Samuelsson only played 4 NHL games for Arizona and played the rest of the season in their minor league. He is still a part of their organization, and at least the Coyotes are not expected to be any good next season. Maybe he can stick as a #6/7 defenseman, if not, the clock on his NHL development is probably running out.
# 13 Jayson Megna
Megna might have had the biggest fall from grace of any young player in the Penguins organization. In 2013-14 he played 36 NHL games, scoring 9 points (5g+4a) and gave the Pens some energy, and generated a bit of excitement for the hopes he could become a full-time NHL player. Unfortunately, it didn't work out that way. Megna played 12 totally forgettable NHL games this season, and definitely got in the doghouse for a 4 minor penalty performance in a December game vs. Calgary (in just 6:42 of ice-time). He finished the season out in WB/S, with both player and team happy to move on in free agency. Megna signed with the New York Rangers last month.
#8 Simon Despres
Perhaps you heard, Despres was traded at the deadline? In what was a controversial deal (and certainly one of bad asset management) the Pens flipped a 23 year old that they didn't have in their plans for a 31 year old that wasn't as talented, but one they hoped would be more consistent in Ben Lovejoy. The trade didn't work out, and was amplified by Despres having a PDO-driven successful playoffs, with Lovejoy forced to play first pair minutes where he did not go well.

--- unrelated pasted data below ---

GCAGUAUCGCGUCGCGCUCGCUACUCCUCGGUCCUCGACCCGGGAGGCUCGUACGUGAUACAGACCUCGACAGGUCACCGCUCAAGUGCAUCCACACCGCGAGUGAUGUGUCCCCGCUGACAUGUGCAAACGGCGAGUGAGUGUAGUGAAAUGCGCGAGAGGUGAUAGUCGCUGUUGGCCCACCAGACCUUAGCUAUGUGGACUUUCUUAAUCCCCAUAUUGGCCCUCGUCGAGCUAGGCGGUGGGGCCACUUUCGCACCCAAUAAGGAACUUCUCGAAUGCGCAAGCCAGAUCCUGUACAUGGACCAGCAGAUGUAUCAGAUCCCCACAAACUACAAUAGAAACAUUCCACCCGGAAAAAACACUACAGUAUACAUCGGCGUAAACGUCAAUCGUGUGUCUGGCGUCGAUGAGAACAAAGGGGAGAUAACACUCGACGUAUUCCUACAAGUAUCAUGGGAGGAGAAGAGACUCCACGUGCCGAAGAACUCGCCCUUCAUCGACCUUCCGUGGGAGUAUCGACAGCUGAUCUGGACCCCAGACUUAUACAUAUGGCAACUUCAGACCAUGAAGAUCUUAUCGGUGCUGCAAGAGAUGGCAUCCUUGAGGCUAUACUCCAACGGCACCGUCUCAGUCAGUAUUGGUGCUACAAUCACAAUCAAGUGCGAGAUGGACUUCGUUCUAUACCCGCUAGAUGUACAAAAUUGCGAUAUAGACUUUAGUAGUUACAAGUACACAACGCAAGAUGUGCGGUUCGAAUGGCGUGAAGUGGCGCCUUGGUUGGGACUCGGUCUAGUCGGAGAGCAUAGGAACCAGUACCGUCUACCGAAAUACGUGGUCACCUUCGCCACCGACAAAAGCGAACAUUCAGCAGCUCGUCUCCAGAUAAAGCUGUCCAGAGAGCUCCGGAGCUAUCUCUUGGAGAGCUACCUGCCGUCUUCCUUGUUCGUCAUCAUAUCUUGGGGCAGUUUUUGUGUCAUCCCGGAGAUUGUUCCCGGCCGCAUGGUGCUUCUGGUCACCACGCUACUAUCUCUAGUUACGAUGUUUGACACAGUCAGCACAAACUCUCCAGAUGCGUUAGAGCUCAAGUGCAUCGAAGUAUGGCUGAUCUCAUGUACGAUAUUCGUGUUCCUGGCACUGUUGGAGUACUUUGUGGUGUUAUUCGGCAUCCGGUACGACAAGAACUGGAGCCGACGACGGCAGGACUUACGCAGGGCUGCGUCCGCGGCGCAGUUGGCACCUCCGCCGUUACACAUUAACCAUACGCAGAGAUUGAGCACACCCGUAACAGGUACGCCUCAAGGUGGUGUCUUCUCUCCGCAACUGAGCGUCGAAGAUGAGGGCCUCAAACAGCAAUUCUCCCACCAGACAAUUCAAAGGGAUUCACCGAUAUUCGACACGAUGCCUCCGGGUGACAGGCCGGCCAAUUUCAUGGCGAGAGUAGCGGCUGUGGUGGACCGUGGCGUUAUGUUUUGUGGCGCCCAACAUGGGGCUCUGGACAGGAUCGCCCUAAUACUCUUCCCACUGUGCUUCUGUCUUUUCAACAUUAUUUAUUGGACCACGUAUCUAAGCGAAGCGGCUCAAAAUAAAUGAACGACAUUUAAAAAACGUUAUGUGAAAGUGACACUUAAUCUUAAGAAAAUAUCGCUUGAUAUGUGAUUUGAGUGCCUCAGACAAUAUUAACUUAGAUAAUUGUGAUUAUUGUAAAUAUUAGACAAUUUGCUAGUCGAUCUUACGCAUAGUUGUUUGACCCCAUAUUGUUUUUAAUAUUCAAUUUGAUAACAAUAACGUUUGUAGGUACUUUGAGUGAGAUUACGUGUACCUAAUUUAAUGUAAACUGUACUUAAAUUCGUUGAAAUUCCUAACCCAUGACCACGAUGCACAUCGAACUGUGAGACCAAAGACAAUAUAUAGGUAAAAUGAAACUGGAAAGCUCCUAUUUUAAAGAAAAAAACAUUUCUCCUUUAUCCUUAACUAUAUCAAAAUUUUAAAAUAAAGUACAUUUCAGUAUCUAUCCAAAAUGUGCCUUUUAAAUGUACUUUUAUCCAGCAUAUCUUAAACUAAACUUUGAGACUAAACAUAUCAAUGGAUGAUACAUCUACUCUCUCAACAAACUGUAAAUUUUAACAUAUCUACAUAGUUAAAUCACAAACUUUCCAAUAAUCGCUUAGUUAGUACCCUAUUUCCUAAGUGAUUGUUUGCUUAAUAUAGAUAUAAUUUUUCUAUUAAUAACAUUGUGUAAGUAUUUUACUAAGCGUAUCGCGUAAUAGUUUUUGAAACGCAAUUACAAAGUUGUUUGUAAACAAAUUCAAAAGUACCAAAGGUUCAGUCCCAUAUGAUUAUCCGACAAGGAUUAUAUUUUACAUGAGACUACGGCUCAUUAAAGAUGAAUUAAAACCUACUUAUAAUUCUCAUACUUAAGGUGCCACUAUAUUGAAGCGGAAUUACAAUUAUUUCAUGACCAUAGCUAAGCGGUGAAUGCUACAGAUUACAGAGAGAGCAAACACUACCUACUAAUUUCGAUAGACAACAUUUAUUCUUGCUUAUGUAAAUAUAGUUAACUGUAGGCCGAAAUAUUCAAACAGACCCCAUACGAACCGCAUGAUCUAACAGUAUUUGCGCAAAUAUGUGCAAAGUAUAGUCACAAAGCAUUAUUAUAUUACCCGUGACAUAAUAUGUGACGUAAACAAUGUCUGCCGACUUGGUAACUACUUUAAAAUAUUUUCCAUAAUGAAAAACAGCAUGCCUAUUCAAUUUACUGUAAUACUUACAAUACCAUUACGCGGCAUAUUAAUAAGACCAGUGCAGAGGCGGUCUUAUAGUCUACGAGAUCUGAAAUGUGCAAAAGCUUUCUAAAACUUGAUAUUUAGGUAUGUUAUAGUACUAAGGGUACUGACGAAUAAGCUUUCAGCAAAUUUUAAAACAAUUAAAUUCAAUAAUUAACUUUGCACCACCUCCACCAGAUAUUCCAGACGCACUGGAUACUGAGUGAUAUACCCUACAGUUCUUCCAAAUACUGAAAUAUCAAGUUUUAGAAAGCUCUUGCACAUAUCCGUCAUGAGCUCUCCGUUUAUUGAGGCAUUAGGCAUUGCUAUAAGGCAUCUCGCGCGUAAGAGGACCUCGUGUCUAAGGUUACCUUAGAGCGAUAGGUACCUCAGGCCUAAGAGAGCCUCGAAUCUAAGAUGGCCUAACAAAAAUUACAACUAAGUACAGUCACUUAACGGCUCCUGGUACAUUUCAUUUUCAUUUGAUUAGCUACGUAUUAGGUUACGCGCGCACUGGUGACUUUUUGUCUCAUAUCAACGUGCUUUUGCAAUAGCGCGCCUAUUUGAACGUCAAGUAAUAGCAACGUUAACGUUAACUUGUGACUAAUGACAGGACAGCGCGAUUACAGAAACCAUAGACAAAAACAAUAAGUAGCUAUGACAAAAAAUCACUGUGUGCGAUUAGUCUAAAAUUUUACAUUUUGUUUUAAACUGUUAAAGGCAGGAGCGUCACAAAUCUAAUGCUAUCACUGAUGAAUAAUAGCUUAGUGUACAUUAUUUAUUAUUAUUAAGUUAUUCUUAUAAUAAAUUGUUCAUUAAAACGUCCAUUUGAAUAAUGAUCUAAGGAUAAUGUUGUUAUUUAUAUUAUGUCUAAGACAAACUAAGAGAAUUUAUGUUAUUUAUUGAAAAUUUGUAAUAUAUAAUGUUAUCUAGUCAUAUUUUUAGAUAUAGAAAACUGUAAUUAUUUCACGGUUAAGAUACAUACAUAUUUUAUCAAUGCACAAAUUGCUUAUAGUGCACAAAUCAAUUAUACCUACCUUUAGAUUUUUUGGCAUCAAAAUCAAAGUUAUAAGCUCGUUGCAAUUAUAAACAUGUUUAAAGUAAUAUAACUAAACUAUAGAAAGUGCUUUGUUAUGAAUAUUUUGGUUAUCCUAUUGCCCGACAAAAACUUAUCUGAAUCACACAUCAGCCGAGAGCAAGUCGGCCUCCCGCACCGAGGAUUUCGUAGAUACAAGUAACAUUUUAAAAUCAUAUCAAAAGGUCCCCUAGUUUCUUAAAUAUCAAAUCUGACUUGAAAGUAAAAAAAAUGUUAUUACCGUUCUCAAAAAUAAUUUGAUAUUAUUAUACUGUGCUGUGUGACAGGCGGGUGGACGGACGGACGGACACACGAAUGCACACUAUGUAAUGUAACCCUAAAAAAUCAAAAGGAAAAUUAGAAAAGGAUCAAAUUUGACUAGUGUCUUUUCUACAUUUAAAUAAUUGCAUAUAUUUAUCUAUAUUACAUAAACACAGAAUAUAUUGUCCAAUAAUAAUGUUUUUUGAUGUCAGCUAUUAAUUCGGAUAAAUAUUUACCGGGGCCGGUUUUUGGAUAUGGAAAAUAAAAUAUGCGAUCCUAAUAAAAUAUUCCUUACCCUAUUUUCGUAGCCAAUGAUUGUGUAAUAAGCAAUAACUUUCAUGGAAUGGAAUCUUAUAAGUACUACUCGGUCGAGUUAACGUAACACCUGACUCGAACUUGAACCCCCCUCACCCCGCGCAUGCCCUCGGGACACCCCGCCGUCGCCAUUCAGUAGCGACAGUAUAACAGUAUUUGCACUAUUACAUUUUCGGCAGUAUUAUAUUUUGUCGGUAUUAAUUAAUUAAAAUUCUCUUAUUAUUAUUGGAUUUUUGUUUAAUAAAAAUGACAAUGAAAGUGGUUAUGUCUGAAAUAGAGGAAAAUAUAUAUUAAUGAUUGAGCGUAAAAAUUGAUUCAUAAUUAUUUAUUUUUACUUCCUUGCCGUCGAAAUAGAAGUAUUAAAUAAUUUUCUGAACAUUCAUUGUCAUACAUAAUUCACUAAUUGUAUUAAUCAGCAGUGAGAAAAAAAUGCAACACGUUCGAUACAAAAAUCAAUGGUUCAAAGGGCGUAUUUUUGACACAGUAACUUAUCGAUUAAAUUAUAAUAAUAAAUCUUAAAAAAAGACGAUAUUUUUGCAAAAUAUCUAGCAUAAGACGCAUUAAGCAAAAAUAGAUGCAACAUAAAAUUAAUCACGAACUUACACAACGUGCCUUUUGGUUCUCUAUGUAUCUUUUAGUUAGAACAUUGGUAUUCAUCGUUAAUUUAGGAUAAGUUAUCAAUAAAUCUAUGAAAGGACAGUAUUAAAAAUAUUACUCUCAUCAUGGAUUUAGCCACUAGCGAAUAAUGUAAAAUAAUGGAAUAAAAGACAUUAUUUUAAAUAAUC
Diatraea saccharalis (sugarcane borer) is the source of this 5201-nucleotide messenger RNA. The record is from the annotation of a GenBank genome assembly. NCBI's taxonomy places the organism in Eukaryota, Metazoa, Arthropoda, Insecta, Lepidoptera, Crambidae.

But, lest we forget, last summer Despres was coming off playing in the AHL playoffs. He was so inconsistent and distrusted by former coach Dan Bylsma that he wasn't seen as an NHL option in spring 2014. Despres did little more in the 2014-15 season to endear himself to new coach Mike Johnston. Really, it's a wonder Despres lasted 3.75 professional seasons with the organization, considering how fast other high picks (Joe Morrow, Angelo Esposito, Kapanen, Harrington) were all dealt. Despres could never end up getting on track in Pittsburgh, and it will be interesting to see if his game finds stability for any length of time in Anaheim.
#6 Scott Harrington
A part of the Kessel deal, Harrington starts his 3rd year pro in the Toronto organization and with Mark Hunter (both formerly of London in the OHL). Harrington made his NHL debut and played 10 games, going point-less and racking up an unfortunate +/- of -10. He was a shade better than that indicated, but pretty clearly was going to be headed into his last ELC year behind all of Maatta, Pouliot and Dumoulin. Unfortunately, through numbers or slow development, it didn't look like Scott Harrington was going to make it as a Pittsburgh Penguin, so the trade comes at a good time for him, professionally.
#3 Kasperi Kapanen
Kapanen had a middling draft+1 season. He made modest statistical improvements in the Finnish league (going from 14 to 21 points), and it's impressive to be so young and playing in the top men's league. But he had an invisible World Junior Championships, which surprised many, given his skill. Kapanen ended his year on a strong note in the AHL playoffs, scoring 5 points (3g+2a) in 7 games with Wilkes-Barre. He would have had an outside shot to make the Pittsburgh roster out of camp, but likely would have been sent back to the AHL for more development time. Kapanen was last year the only real pure skill, very good prospect the Penguins had (which, if you like Daniel Sprong , he's the closest replacement now) Kapanen's loss will sting, but his projection is a "maybe". Kessel is a sure thing, which will ease the pain of the sting.